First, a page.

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  • irishtimes.com - Posted: December 21, 2009 @ 1:00 pm

    Adams Interview

    Deaglán de Bréadún

    The whole country stopped what it was doing yesterday to listen to Tommie Gorman’s extraordinary interview with Sinn Féin leader Gerry Adams where he named his father as a child abuser. If you are one of the few who missed it, click here. 
    It is still to early to absorb the potential impact of this broadcast. At one level, it is a searing human tragedy.  The political fallout is another matter and that will clearly take time to work itself out. A lot of issues were raised which will be teased out over the coming days and weeks.

    If you can’t access the RTE link, you can read a news report from today’s Irish Times if you click here.

    • Red Biddy says:

      When does the personal become Political? Or are the two indistinguishable when the personalities are in the public eye and the matter in the public domain? I’m inclined to think the wider issue is for the family to resolve and the legal matter to be dealt with by due process… In the meantime the same respect and space be given to Gerry Adams and his family while they try to assimilate the impact of these devastating revelations…So much for politics lite! And to be fair you did give us Gogo!

    • Liam says:

      I’m no fan of Gerry Adams and I dont like his politics but it was a very moving to listen to him yesterday.

    • Joanna Tuffy says:

      Surely this is a distraction from the real issue, which is did he do what he should have done when he became aware of the abuse of his neice?

    • kynos says:

      This is a very public and therefore unusual insight into a family wracked by trauma and my deepest respects and best wishes to Áine and the rest of the Adams family (with the obvious exception).

    • Red Biddy says:

      I’m not sure it is a distraction. I assume that’s what you mean Gerry Adams should have reported the matter to the police when he first became aware of the sexual abuse of his niece. With the perfect vision of hindsight I’m sure there are things we would/could all have done differently. Gerry Adams has already said he could have ‘handled things better’ and it would be easy to berate him for not doing so, but to what end? His niece is now older and presumably strong enough to ‘own’ this matter and take control of it herself, and has done so. Hopefully she will now receive the support she will need whilst the matter goes through the process of law and beyond. Whatever acts of omission Gerry Adams may be guilty of, I am not convinced this is a subject for political point-scoring but I’m sure that will not deter less-scrupulous opponents.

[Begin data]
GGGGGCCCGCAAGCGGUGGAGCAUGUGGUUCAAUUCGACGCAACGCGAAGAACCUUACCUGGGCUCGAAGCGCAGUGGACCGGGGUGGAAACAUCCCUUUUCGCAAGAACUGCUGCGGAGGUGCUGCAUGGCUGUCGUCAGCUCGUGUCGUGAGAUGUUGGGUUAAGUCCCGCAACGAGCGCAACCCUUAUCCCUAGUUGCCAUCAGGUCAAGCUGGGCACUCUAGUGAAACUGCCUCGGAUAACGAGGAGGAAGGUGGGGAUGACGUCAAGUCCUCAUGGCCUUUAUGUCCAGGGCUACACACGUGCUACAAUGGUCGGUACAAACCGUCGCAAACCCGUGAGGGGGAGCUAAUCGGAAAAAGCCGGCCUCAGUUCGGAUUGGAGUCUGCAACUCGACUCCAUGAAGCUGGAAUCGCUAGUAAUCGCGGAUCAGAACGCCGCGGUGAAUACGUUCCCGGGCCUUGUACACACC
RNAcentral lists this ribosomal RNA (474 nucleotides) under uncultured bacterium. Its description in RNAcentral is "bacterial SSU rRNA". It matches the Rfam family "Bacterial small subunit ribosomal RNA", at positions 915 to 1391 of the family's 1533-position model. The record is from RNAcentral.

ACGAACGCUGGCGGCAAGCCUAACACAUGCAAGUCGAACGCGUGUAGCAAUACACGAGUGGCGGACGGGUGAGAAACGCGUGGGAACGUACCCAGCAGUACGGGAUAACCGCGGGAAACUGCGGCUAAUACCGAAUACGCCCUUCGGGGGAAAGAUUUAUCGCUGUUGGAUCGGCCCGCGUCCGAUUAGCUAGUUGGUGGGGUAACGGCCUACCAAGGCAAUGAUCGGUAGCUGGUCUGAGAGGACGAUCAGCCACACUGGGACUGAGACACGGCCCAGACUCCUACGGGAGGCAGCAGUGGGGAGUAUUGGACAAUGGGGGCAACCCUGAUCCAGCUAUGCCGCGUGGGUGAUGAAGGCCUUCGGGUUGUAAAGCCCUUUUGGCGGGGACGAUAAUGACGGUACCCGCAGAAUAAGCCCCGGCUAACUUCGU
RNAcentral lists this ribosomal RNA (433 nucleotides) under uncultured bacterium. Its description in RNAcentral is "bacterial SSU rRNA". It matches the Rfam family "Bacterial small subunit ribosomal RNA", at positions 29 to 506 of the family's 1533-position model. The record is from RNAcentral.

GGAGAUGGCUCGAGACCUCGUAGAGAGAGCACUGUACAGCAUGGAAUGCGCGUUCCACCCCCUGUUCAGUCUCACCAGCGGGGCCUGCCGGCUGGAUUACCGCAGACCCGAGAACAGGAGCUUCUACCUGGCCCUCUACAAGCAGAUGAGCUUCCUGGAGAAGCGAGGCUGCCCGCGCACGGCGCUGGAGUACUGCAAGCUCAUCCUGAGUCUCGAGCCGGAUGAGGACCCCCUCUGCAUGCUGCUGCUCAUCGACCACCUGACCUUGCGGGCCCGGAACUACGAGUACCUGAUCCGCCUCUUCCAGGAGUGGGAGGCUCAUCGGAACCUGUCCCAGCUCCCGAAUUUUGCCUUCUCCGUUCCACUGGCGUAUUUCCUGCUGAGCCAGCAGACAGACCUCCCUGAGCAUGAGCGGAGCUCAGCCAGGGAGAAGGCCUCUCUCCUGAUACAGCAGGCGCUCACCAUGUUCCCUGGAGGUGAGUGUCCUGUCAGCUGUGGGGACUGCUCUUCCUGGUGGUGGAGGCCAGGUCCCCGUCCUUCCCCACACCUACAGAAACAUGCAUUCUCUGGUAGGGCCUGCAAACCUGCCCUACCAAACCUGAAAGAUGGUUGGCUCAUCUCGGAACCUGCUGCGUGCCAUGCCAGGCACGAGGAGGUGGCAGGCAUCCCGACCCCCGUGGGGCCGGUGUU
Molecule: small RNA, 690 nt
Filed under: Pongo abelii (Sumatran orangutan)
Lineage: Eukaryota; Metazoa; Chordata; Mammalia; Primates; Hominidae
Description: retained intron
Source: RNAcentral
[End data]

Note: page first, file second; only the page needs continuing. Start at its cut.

• Joanna Tuffy says:

      Red Biddy,

      I wouldn’t be for political point-scoring at all on this or generally. Before the interview with Gerry Adams when he revealed the information about his father my thoughts on the matter was that it was a matter for Sinn Fein and Gerry Adams to decide what was best for him to do in light of any mistakes he made if any at the time. And on that point when you are a political leader there is an added expectation that you will do the right thing when faced with dilemmas of this nature. Granted issues like this are not easy but nor were they for the bishops.

      What bothers me is the releasing of a story immediately after the revelations from the UTV programme that has no relevance to the initial revelations. The later revelations of about Gerry Adam’s father is now the dominant story but has no relevance to whether he took the necessary steps at the time he became aware about the abuse of his niece or since. I wouldn’t rush to judge on that matter, but I would think it needs to be said that the story about Adams father seems to be muddying the water. And if no politician is prepared to say what I am saying that would not be very healthy democratically either.

    • Pomme de Tayto says:

      Sometimes I think Herod was right and they should all be strangled at birth or at least castrated before reaching sexual maturity. So much for ‘Families need Fathers’.